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Difference between time and duration



 
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Difference between time and duration #1 (permalink) Sun Apr 09, 2006 5:03 am   Difference between time and duration
 

English Language Tests, Intermediate level

ESL/EFL Test #45 "Speaking: At the Supermarket", question 7

We have to inform our customers that the store will be closing in half an hour's ..........

(a) o'clock
(b) time
(c) hour
(d) duration

English Language Tests, Intermediate level

ESL/EFL Test #45 "Speaking: At the Supermarket", answer 7

We have to inform our customers that the store will be closing in half an hour's time.

Correct answer: (b) time

Your answer was: incorrect
We have to inform our customers that the store will be closing in half an hour's duration.
_________________________

Mr Alan

Would you explain the difference between "time" and "duration" here?

Thanks a lot in advance

Stone
Stone
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Time/duration #2 (permalink) Sun Apr 09, 2006 9:28 am   Time/duration
 

Hi Stone,

Time is a general word than can be a period or indeed give details of the hours of the day. Duration is a word describing a defined period of time.

Look at these:

During the time (not a defined period) I lived in the country I managed to learn the language.

Throughout the duration (describing the period from start to finish)of my stay I didn't manage to understand the language.

Alan
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Alan Townend

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In half an hour's time #3 (permalink) Sun Apr 09, 2006 11:50 am   In half an hour's time
 

Quote:
We have to inform our customers that the store will be closing in half an hour's time.

There's something I've been meaning to ask you. Would you say that the phrase 'in half an hour's time' is more used than 'in half an hour' and/or better sounding or is it just another option?
Conchita
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Joined: 26 Dec 2005
Posts: 2826
Location: Madrid, Spain

Half an hour #4 (permalink) Sun Apr 09, 2006 12:30 pm   Half an hour
 

Hi Conchita,

To me both in half an hour and in half an hour's time are as good as each other. I suppose I chose in half an hour's time in this sentence to suggest someone speaking officially - making it sound slightly more authoritative. It's like the friendly invigilator in an examination who says: Well, you've got half an hour left. And then there would be the po-faced invigilator who would say: The examination will conclude in half an hour's time.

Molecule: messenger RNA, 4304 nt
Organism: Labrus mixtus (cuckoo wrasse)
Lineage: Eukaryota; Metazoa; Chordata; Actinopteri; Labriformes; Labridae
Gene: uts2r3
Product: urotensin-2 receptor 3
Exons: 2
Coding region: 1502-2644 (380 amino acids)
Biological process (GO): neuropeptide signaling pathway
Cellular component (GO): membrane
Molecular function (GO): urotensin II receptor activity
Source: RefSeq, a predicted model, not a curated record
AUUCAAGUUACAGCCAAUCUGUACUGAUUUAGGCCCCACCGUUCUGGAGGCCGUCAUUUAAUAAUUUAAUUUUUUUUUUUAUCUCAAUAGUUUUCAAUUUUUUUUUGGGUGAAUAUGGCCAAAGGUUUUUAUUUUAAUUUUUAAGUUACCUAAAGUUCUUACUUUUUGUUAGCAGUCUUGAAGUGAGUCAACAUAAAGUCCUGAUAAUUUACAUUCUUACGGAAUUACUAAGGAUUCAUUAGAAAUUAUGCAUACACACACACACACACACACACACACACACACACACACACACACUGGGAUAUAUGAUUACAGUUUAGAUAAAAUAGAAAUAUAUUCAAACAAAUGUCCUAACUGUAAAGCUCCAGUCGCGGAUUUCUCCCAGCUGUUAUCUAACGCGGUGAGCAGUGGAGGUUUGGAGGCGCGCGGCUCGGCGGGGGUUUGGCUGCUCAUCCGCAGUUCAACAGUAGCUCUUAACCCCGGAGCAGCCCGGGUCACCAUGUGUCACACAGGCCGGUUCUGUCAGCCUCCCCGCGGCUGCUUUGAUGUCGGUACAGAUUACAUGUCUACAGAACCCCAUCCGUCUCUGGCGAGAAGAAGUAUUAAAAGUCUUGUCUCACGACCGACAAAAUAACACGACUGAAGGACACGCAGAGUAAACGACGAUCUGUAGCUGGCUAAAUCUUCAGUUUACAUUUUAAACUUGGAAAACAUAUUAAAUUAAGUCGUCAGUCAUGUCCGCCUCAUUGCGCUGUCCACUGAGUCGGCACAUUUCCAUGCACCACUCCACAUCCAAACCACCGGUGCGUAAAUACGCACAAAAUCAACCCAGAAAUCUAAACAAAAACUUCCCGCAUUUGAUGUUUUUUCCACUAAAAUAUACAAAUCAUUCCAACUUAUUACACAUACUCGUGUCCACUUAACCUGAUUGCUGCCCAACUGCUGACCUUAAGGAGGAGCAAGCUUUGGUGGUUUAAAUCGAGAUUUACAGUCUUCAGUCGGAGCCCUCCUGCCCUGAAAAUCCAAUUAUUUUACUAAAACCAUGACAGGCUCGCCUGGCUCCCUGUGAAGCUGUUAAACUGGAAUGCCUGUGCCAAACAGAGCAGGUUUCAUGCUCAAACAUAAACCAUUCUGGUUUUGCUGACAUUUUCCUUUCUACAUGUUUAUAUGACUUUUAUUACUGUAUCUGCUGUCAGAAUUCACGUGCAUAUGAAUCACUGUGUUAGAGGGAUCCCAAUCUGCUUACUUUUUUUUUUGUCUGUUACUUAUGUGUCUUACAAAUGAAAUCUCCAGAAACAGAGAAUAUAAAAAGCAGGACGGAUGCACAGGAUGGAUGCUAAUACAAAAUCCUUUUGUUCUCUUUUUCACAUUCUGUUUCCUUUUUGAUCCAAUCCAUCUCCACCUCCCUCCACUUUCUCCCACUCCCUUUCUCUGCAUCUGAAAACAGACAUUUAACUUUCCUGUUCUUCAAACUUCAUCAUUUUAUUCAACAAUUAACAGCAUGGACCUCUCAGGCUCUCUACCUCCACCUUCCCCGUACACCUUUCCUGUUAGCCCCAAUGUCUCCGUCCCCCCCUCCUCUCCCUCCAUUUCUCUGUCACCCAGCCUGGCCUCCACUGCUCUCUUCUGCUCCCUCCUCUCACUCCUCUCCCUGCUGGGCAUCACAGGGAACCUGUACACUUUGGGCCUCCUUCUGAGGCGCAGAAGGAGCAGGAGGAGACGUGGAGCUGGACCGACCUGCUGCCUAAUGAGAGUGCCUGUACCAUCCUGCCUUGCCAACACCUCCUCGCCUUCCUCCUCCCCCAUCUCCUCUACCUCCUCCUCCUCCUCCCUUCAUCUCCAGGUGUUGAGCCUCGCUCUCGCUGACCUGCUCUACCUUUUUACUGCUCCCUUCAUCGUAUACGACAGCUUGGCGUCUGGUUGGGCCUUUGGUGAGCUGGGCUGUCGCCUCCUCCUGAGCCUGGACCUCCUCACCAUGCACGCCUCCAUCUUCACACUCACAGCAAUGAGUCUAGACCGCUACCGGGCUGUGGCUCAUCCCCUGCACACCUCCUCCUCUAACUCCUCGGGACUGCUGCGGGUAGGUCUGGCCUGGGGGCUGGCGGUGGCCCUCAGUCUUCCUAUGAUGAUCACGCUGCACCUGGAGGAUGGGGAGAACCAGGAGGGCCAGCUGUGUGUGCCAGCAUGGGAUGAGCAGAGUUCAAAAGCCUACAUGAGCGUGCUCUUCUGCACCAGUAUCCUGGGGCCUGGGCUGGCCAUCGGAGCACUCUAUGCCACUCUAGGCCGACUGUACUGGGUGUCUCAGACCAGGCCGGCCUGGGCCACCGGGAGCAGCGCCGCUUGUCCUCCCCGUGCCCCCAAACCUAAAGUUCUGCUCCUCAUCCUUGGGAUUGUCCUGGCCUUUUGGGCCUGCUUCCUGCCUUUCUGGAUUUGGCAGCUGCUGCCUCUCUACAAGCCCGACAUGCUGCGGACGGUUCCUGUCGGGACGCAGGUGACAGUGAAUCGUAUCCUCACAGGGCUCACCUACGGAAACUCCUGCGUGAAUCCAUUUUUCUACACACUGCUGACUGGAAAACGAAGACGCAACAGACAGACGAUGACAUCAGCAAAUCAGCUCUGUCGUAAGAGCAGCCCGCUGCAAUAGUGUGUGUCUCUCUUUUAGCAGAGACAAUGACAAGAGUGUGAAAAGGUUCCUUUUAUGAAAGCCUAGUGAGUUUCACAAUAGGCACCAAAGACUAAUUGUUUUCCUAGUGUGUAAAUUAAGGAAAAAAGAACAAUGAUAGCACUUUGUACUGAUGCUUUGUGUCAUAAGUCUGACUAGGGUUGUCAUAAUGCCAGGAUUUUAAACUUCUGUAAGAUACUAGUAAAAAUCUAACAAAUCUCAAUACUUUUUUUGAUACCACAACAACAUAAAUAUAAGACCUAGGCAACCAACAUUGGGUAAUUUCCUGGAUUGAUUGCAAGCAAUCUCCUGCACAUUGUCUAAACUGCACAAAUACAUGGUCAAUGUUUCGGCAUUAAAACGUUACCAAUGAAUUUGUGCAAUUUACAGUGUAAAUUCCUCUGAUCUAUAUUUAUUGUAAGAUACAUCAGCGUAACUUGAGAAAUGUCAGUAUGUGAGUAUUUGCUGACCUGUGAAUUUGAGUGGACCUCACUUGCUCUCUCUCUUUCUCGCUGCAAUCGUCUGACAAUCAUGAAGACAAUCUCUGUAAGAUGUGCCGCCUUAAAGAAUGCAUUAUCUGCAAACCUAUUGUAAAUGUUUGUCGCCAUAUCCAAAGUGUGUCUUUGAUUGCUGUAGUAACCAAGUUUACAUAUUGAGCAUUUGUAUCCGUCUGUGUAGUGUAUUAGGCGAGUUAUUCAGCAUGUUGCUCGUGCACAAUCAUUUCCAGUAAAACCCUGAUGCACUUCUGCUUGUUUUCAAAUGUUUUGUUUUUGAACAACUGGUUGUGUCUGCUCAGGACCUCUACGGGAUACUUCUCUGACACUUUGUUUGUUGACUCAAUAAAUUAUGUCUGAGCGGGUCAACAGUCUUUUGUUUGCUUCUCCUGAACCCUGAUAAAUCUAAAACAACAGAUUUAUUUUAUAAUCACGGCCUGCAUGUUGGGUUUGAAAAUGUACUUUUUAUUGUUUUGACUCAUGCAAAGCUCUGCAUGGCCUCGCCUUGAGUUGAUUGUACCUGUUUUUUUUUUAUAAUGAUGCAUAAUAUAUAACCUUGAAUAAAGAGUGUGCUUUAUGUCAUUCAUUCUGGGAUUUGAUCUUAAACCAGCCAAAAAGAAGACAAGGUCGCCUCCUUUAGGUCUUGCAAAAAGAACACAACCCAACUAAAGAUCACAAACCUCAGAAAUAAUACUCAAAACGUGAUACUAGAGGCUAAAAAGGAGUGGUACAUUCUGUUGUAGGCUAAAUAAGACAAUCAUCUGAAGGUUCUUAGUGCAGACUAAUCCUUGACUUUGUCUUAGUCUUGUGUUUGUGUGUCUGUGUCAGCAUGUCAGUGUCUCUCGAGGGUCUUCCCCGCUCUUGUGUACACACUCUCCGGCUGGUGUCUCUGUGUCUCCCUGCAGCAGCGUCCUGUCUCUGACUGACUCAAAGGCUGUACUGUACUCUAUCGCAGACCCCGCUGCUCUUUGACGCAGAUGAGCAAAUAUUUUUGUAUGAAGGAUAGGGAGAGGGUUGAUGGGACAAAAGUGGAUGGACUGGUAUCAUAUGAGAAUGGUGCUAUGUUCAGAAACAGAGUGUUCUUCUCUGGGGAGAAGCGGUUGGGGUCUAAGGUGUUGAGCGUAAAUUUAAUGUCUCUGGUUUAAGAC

Alan
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Po-faced #5 (permalink) Sun Apr 09, 2006 12:45 pm   Po-faced
 

Alan wrote:
Hi Conchita,

To me both in half an hour and in half an hour's time are as good as each other. I suppose I chose in half an hour's time in this sentence to suggest someone speaking officially - making it sound slightly more authoritative. It's like the friendly invigilator in an examination who says: Well, you've got half an hour left. And then there would be the po-faced invigilator who would say: The examination will conclude in half an hour's time.

Alan

Po-faced? :lol: In German, 'Po' or 'Popo' is children's or familiar language for 'bottom', i.e. 'bum'! I had never heard this adjective and am not about to forget it!

Thank you for your 'lightning retort' and, especially, for giving it your very personal and unique hallmark.
Conchita
Language Coach


Joined: 26 Dec 2005
Posts: 2826
Location: Madrid, Spain

Difference between time and duration #6 (permalink) Sat Jul 11, 2009 16:42 pm   Difference between time and duration
 

in half an hour's time= in half an hour?
thanks.
Saneta
I'm a Communicator ;-)


Joined: 11 Sep 2008
Posts: 1583

Difference between time and duration #7 (permalink) Sat Jul 11, 2009 17:18 pm   Difference between time and duration
 

Hi,

Both mean the same.

Alan
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English as a Second Language
You can read my ESL story Passive Voice
Alan
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Alan Townend

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Posts: 17284
Location: UK

making it sound(s) slightly more authoritative #8 (permalink) Sat Jan 16, 2010 5:52 am   making it sound(s) slightly more authoritative
 

The sentence is missing (s): making it sound(s) slightly more authoritative.
Watie
I'm here quite often ;-)


Joined: 11 Nov 2009
Posts: 162
Location: Indonesia

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